My new column for A24 Films is up over on their 1981 site (in support of the film A Most Violent Year). 1981 was the year that Robert Moses died, and his death sparked new discussions into what his legacy to the New York City area truly was. In a word: automobiles. You can read my article here.
But that’s a little depressing. How about I tell you about the time that the New York Times published a couple Christmas poems written by Moses?
That’s right, the Santa Claus of Long Island, bearing gifts of bridges and highways, did occasionally get into the Christmas spirit, albeit dripping in vitriol and sass.
Moses in 1934 during his failed campaign for governor. (Courtesy New York Daily News Archive)
POEM ONE – ‘TIS THE NIGHT BEFORE ELECTION
This loosely poetic speech first manifested in print during the last gasps of Moses’ failed bid for New York governor in 1934.
As the Republican candidate running against incumbent Herbert H. Lehman, young Moses failed to connect with voters, and the experience soured him on elected positions. He was soundly defeated by Lehman, the investment banker-turned-politician aligned with new president Franklin Delano Roosevelt (who had preceded Lehman as governor).
His final words as a candidate were spoken on radio station WEAF and printed the following day. Those words paid an awkward homage to the great Christmas poem written by Clement Clarke Moore. Despite the fact that the election was in early November, his point in conjuring the visage of Old St. Nick would become clear. It’s hardly rhythmic. Imagine this read in his gruff, determined voice:
“‘Tis the night before election, and nothing much is stirring throughout the state.
The stockings in Democratic homes are hung by the chimney with care, in the hope that Jim Farley soon will be there.
The Big Bag Man is dressing himself up as Santa. He doesn’t really look the part, but that’s not important.
Neither is the fact that all the presents were bought on credit, and that Santa Claus is running up a tremendous bill.
The important question is: Has he plenty of presents to go around for the boys and girls who have been good?
Governor Smith expressed the fondest hopes of the Democratic party, and summed up the strategy of the whole Democratic campaign when he said that he thought the people would not shoot Santa Claus before a hard Christmas.”
Jim Farley (pictured at right, 1938) was considered a ‘kingmaker’ in Democratic politics, responsible for the election of FDR. He would become Roosevelt’s U.S. Postmaster General. The James A. Farley Post Office across from Madison Square Garden is named in his honor.
Using the Santa analogy, Moses was taking a dig at Democratic programs that would soon shape FDR’s New Deal. Of course, as New York’s power builder, Moses would later benefit greatly from these programs so perhaps he shouldn’t have been complaining.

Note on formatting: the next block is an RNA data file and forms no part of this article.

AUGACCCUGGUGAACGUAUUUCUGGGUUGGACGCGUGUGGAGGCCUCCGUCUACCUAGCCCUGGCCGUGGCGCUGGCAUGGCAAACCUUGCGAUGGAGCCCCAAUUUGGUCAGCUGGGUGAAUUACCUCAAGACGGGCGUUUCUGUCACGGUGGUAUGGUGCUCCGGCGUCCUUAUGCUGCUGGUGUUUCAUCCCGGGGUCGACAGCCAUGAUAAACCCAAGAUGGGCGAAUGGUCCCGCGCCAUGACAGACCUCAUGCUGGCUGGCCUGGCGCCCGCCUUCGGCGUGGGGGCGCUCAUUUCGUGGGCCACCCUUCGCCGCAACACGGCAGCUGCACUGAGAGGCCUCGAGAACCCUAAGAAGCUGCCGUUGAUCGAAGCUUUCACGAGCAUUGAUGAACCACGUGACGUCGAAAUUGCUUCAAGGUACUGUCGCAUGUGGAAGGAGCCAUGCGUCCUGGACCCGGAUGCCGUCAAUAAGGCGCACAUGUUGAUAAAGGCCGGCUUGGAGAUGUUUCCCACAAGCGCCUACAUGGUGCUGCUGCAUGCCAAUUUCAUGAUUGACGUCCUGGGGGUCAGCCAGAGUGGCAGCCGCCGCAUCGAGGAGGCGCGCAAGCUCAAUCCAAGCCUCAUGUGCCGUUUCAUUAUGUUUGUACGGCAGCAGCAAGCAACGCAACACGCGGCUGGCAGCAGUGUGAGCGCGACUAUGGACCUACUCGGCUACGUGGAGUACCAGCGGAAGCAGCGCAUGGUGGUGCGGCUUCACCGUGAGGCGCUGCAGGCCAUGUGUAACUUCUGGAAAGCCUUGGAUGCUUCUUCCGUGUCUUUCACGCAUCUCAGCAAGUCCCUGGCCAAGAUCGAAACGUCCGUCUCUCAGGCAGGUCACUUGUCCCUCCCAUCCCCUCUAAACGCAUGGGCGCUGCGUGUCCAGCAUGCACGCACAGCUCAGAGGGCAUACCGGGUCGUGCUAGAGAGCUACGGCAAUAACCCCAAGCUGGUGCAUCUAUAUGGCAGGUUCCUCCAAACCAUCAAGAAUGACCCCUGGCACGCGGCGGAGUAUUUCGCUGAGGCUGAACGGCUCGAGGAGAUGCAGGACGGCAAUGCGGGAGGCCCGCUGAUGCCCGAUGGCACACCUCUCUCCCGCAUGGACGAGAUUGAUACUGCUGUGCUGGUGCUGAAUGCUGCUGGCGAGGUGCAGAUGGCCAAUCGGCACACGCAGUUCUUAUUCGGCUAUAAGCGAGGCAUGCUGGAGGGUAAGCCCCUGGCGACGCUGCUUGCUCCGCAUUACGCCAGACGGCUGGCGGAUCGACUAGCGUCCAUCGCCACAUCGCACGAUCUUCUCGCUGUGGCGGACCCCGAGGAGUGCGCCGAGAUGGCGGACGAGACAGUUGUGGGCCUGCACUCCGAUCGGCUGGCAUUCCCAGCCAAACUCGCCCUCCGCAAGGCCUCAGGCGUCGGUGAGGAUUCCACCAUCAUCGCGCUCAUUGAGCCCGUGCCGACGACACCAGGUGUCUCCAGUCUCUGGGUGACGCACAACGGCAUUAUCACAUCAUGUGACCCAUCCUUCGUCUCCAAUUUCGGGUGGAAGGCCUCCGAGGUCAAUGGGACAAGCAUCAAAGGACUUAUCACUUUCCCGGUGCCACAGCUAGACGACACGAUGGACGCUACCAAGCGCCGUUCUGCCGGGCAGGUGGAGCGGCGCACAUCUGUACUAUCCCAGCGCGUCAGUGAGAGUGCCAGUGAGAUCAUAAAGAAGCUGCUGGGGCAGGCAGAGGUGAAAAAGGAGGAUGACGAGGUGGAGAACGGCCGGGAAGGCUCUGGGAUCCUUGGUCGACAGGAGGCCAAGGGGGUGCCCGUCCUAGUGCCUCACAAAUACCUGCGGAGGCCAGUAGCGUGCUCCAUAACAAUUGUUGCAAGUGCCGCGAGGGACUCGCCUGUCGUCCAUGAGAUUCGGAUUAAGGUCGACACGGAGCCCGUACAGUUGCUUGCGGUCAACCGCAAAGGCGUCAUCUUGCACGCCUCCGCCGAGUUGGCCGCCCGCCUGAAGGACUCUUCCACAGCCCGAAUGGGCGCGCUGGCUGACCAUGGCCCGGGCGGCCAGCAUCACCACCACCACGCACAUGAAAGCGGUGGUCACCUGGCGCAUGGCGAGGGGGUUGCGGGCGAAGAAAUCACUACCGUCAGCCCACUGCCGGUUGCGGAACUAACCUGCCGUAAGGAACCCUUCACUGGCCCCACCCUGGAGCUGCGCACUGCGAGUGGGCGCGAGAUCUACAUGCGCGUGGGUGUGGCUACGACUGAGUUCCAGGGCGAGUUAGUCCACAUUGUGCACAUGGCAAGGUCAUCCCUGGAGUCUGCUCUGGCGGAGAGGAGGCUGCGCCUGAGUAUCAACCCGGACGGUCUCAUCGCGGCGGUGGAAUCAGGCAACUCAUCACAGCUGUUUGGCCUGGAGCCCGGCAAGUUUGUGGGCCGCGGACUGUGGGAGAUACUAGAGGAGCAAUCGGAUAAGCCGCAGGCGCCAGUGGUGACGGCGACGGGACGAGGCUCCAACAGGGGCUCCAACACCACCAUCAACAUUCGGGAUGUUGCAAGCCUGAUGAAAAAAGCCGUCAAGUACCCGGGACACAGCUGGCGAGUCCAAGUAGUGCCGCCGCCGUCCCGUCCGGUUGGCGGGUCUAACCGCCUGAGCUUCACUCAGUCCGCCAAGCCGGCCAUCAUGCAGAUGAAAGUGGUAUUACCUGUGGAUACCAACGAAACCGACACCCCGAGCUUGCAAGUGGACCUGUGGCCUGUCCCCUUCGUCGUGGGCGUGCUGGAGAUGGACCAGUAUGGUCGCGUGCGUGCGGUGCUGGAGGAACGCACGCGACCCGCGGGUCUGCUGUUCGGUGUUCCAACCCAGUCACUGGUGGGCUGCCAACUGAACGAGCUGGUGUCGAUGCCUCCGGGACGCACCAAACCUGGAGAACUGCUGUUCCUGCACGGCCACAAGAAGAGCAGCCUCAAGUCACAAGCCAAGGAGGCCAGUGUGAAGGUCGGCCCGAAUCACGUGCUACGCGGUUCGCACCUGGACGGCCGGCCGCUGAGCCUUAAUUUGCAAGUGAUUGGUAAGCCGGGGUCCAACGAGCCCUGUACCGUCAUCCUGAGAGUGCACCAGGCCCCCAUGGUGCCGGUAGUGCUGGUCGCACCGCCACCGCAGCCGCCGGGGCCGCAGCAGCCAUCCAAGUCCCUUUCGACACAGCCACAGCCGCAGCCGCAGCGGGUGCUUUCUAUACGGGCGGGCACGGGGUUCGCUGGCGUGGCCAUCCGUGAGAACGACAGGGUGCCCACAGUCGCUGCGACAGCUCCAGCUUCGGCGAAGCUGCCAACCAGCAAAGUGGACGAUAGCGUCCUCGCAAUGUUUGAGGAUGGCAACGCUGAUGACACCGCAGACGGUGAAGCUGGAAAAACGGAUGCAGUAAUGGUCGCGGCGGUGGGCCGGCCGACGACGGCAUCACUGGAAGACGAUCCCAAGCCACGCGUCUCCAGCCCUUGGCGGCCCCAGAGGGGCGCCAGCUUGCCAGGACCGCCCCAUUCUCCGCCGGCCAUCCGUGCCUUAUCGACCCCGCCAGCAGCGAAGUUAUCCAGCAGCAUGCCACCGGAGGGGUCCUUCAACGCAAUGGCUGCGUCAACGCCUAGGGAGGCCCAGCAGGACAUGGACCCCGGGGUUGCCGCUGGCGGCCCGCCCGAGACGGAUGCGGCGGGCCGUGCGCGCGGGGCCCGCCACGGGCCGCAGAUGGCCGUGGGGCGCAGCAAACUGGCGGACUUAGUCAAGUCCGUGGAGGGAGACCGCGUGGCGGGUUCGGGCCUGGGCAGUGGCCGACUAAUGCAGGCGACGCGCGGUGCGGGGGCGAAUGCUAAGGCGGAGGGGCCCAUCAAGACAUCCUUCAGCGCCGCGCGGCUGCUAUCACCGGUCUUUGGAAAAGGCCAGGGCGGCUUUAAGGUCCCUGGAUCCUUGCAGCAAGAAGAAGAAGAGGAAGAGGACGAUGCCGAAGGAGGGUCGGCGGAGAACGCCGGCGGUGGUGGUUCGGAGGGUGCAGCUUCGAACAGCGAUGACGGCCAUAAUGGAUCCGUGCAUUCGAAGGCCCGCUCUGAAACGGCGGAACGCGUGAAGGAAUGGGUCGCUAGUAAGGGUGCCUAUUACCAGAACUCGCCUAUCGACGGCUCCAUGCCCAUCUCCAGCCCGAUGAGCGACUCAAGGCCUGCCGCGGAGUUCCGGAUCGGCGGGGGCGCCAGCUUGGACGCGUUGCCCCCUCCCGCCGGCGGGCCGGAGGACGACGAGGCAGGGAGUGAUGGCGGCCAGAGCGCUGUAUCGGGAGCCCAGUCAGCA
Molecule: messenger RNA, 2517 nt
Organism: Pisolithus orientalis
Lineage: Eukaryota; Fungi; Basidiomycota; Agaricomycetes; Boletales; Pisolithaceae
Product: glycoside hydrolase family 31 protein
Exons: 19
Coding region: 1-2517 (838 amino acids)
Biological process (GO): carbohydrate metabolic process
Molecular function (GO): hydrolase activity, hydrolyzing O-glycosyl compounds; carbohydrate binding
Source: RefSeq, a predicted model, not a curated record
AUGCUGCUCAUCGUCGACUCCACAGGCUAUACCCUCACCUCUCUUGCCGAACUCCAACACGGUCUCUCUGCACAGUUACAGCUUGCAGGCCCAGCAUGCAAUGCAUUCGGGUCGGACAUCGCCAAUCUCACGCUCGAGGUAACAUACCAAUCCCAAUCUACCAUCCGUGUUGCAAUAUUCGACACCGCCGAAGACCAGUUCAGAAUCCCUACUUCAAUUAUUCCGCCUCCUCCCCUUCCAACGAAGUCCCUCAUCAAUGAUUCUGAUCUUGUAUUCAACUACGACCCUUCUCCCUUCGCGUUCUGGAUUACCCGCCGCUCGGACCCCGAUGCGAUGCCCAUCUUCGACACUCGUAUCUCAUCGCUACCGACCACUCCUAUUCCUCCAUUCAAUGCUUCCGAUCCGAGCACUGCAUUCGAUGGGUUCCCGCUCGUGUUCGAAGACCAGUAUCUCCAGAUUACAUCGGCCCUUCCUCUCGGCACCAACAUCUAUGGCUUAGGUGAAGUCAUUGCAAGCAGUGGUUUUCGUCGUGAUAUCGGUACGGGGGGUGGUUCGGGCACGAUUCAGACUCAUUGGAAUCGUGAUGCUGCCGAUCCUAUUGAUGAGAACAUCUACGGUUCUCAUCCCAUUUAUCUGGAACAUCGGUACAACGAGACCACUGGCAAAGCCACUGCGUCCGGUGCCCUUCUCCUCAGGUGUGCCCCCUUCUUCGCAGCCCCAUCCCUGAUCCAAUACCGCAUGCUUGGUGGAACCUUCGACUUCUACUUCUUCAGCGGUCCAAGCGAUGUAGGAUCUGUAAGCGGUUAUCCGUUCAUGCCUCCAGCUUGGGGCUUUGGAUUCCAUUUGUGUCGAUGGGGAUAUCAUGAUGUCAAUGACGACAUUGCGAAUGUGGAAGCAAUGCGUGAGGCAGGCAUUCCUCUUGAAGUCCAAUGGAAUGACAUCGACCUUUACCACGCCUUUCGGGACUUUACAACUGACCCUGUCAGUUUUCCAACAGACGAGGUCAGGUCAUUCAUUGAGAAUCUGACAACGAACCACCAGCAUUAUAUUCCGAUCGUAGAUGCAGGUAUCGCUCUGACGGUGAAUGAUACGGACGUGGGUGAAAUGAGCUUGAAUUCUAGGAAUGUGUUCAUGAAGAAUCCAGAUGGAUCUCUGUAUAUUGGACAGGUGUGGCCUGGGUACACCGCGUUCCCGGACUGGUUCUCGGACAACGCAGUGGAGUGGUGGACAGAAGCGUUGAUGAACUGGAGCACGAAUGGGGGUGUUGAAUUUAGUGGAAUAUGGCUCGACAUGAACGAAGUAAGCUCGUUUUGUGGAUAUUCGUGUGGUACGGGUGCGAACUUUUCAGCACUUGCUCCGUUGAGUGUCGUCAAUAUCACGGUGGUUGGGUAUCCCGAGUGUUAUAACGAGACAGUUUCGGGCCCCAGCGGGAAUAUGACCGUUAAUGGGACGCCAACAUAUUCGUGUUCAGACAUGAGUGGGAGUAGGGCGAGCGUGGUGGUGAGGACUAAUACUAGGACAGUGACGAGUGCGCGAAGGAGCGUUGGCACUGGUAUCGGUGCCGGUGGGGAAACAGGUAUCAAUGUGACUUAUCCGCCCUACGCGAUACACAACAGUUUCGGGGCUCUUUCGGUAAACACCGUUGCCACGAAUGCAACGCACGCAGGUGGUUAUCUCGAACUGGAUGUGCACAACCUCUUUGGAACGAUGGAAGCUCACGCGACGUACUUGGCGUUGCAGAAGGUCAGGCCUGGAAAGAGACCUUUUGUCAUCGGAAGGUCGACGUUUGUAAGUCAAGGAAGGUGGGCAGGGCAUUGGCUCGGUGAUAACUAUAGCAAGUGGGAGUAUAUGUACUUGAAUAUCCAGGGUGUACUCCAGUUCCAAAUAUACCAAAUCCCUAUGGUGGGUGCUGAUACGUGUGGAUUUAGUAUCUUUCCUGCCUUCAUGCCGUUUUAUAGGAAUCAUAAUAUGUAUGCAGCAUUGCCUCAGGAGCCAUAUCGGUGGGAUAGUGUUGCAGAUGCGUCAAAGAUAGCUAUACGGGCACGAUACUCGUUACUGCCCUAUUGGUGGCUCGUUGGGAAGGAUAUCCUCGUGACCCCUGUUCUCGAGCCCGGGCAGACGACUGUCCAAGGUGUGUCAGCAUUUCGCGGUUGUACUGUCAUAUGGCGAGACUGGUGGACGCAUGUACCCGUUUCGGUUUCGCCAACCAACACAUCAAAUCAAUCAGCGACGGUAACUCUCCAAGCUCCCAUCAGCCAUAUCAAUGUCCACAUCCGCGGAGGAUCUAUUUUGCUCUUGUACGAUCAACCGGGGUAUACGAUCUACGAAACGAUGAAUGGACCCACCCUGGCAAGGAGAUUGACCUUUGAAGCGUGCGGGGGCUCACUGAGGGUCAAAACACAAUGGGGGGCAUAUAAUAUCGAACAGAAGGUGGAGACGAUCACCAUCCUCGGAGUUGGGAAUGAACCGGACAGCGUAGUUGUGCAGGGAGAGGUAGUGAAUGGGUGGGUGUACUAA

In 1948, Robert Moses received the very first honorary degree from Hofstra University, along with Robert Gannon, the president of Fordham University. However, that year it would be a phony university that would inspire Moses to pen a sassy Christmas verse. (Courtesy Hofstra University)
POEM TWO: CHRISTMAS GREETINGS (LETTER TO THE CHANCELLOR)
Perhaps more unusual was the poem which ran the day after Christmas in 1948, an inside joke between men of influence.
By the late 1930s, Moses had amassed several positions of responsibility and power and had pushed through a great number of vast, expensive projects, including the Triborough Bridge. Moses had to routinely pitch these projects to the New York Board of Estimate — the men who held the purse strings — which included Henry M. Curran (Deputy Mayor), Newbold Morris (City Council President), and James Lyons (Bronx Borough President).
Curran was a bit of a grammar nerd — the kind who cringes at improper usage of words — and recoiled during debates when Moses (at right) and the others misused the English language.
According to the Times, Curran organized among the men a hierarchy of language correction, (jokingly?) referred to as Curran University. One could only ‘graduate’ from this phony university by excelling in their verbal and written debates with grammatical aplomb.
During a board meeting where the fate of the old Claremont Inn was discussed, Moses used the phrase ‘coign of vantage’ which scandalized Curran but suggested that Moses’ verbal skills were improving.
Then, one day, Moses wrote a memorandum to Lyons using the phrase ‘high-falutin‘ as well an apparent mis-use of the word Aurignacian. This threw his superiors into a light-hearted conniption.
“We tried to help. But Moses has failed, flunked. Up with the bars! Let Mose wail — without — not within,” wrote Curran.
Moses, who would become more powerful than all three men combined, responded in an unusual way — he wrote a biting Christmas poem. The following verse, penned by Moses, was delivered to Lyon, who “promptly converted it into a Christmas card — with embellishments — and passed it along to his superior officer.” The poem, as published in the Times:
So remember: the next time you have a friend correct your grammar, remind yourself, “Hey, I have something in common with the Power Broker!”
Below: A New Yorker cartoon from 1960, the year when his grammar pal Morris took the job of Parks Commissioner from Moses.